Thanks — there’s always a tendency in online discussion for things to get ramped up in intensity, even when it’s sometimes hard to understand why people are even disagreeing with you. But this tendency also bedevils academic arguments, as it can be hard not to respond to what we think we hear, or what in an argument reminds us of a long-standing argument we’re already having.

      As I tried to make clear in my piece, I have no beef with the ‘Paleolithic DIET’ — some of it sounds damn sensible to me: cut waaaaay down on simple carbs, get a lot more fruit, nuts, and organic proteins. Makes bloody good sense to me. My beef is with thinking that this is a) what our Paleolithic ancestors ate (that ate a lot of stuff I suspect most Paleolithic dieters wouldn’t touch, b) that we are perfectly adapted to an imagined diet of around 60kya, and c) that are bodies are ‘designed’ to do anything (they aren’t ‘designed’ — that’s Creationist thinking).

      Our gut is a weird one, as I try to detail in a recent post on our new site at PLoS blogs on Richard Wrangham’s work. We’re just about the only species that I can think of that has made such a rapid evolutionary shift from a vegetarian primate diet (likely heavily frugivore and insectivore, although not entirely clear) to a distinctive omnivore primate diet. So our gut is not ‘perfectly adapted’ to what we’re putting in our mouths; and it can’t be because the variety of our capacity to process food is what made it possible for our species to spread to such a variety of ecological niches. If we were ‘perfectly adapted’ to life on the East African steppes, we wouldn’t have had such success going everywhere from Siberia to the Pacific Islands to Australia to Northern Europe.

      But the key issue of grains is a really interesting one, because humans have really shifted the global environment so that grains (and grasses more generally) are probably more dominant now than any time in our planet’s history (there was a book on the evolutionary history of grass that I’ve wanted to read, but I can’t remember now who the author was). From the point of view of the grass and grain species (if I can say that), they’ve successfully used humans as a reproductive and anti-competitor device to roll back forests, swamps and a whole host of ecosystems to become far more pervasive than they were when our ancestors were foraging.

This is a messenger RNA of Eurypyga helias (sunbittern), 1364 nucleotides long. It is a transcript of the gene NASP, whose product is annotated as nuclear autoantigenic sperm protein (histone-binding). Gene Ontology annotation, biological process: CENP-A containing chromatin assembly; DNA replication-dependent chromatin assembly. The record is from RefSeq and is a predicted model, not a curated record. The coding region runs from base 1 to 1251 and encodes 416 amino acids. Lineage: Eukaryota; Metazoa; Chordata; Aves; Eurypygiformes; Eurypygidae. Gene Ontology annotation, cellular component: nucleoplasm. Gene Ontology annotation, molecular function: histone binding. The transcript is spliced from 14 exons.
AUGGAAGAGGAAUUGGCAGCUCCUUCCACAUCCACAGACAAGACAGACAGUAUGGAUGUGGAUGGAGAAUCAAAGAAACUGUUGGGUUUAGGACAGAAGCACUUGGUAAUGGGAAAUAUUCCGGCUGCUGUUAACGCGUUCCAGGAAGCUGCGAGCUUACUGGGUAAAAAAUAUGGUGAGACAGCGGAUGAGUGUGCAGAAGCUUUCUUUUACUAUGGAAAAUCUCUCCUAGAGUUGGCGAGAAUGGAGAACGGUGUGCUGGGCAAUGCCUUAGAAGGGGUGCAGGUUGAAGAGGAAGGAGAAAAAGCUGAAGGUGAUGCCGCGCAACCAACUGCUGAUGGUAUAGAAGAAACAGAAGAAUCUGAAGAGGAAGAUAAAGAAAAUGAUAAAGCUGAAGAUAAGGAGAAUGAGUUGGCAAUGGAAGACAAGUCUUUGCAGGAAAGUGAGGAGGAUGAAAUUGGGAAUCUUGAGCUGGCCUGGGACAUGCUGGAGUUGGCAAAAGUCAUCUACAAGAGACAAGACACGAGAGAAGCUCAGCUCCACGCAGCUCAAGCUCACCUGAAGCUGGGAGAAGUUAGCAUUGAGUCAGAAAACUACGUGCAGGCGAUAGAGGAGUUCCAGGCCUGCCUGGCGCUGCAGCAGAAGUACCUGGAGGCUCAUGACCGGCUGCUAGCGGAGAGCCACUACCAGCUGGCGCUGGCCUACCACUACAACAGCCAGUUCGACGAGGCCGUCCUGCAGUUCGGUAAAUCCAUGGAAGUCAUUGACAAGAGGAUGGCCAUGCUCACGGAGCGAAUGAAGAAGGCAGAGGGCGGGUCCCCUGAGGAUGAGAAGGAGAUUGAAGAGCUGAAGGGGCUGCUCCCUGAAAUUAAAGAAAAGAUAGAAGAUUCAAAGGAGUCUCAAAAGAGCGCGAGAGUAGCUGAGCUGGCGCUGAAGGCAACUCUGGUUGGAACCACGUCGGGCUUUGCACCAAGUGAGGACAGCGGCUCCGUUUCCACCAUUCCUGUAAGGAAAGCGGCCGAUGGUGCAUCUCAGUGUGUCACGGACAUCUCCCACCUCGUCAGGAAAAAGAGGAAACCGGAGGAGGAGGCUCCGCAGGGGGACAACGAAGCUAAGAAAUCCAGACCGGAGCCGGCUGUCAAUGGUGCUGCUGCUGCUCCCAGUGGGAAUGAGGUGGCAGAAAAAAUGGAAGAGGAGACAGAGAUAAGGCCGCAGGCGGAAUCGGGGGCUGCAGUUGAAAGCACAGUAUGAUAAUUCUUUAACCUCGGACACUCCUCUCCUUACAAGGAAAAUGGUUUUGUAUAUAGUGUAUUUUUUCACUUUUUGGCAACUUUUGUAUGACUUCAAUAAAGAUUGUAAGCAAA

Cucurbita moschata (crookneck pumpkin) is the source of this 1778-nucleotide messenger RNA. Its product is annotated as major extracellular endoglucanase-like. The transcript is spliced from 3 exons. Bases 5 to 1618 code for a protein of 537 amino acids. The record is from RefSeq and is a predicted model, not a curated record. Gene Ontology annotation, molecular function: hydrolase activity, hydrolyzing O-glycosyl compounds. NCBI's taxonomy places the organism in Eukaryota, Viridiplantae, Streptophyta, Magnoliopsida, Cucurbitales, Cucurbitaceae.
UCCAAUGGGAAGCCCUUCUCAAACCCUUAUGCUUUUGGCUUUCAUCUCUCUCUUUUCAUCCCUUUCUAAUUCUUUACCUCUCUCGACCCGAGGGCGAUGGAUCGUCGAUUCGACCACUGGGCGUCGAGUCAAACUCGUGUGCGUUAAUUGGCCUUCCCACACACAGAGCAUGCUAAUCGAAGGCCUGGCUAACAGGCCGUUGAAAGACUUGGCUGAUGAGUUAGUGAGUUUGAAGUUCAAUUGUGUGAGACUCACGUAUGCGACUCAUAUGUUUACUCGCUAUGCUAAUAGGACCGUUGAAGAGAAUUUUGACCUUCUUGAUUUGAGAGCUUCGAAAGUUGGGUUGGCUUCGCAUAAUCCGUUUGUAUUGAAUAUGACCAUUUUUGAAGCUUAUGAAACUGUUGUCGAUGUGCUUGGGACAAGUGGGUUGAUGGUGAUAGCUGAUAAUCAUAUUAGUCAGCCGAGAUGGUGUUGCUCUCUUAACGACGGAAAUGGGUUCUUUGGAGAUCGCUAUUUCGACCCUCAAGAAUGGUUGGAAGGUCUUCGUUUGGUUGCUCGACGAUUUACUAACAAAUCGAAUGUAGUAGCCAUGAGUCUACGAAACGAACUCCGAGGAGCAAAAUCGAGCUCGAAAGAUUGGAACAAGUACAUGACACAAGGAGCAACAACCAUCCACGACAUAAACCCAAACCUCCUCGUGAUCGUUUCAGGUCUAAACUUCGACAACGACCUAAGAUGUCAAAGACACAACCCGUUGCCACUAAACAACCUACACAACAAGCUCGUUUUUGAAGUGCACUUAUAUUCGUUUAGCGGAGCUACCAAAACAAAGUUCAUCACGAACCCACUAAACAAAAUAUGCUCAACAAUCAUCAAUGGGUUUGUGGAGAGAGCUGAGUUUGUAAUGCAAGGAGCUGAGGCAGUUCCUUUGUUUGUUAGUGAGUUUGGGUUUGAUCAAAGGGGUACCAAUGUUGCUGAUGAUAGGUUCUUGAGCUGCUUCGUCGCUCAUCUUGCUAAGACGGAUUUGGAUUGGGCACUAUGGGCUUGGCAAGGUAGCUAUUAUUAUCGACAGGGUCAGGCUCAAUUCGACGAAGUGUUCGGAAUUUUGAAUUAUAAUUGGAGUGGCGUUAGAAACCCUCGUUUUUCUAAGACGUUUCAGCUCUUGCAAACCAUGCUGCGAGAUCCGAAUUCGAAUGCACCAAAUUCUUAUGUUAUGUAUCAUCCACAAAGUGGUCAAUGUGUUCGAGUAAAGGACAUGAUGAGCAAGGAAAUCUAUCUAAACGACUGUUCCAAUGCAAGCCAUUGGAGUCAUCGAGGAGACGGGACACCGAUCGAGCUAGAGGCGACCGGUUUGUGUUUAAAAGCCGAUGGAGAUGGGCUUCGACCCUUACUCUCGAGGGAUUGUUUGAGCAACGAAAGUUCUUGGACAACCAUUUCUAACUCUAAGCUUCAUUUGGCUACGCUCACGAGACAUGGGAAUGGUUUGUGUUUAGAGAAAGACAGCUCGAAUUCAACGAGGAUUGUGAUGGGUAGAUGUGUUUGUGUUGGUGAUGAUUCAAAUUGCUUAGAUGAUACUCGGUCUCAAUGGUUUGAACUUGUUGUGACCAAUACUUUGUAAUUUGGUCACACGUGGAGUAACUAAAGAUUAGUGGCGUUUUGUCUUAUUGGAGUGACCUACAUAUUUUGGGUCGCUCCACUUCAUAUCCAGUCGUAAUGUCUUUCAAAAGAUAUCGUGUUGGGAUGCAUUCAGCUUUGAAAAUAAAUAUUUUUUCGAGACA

That is, our niche modification has meant that, even if you wanted to forage, you’d find that human intervention has shifted the terms of the equation. Paleolithic Dieter in 60kya would have still had megafauna and far more variety of large-bodied edible animals, far less grain in the environment, far more old growth forest, etc.

      So don’t get me wrong: if you’re advocating a good diet, composed of lots of healthy foods and eschewing heavy dependence on simple carbohydrates, more power to you. If you think you’re able to step through a dietary temporal gate and recreate ‘the’ ancestral diet, to which our ancestors were ‘perfectly adapted,’ then you’re justifying good decisions (and perhaps even good dietics) with bad paleoanthropology.

  11. Being that we already seem to be sharing factors regarding Paleofantasies of the perfect diet – Marlene Zuk in NYTimes Neuroanthropology, In the 1950’s, Dr. A. T. W. Simeons discovered that HCG had other benefits associated with weight loss. During his research with adolescent boys, he noticed that the use of HCG helped them to eat less without suffering any hunger pangs and his attention turned to HCG as a dietary aid and the HCG diet was born…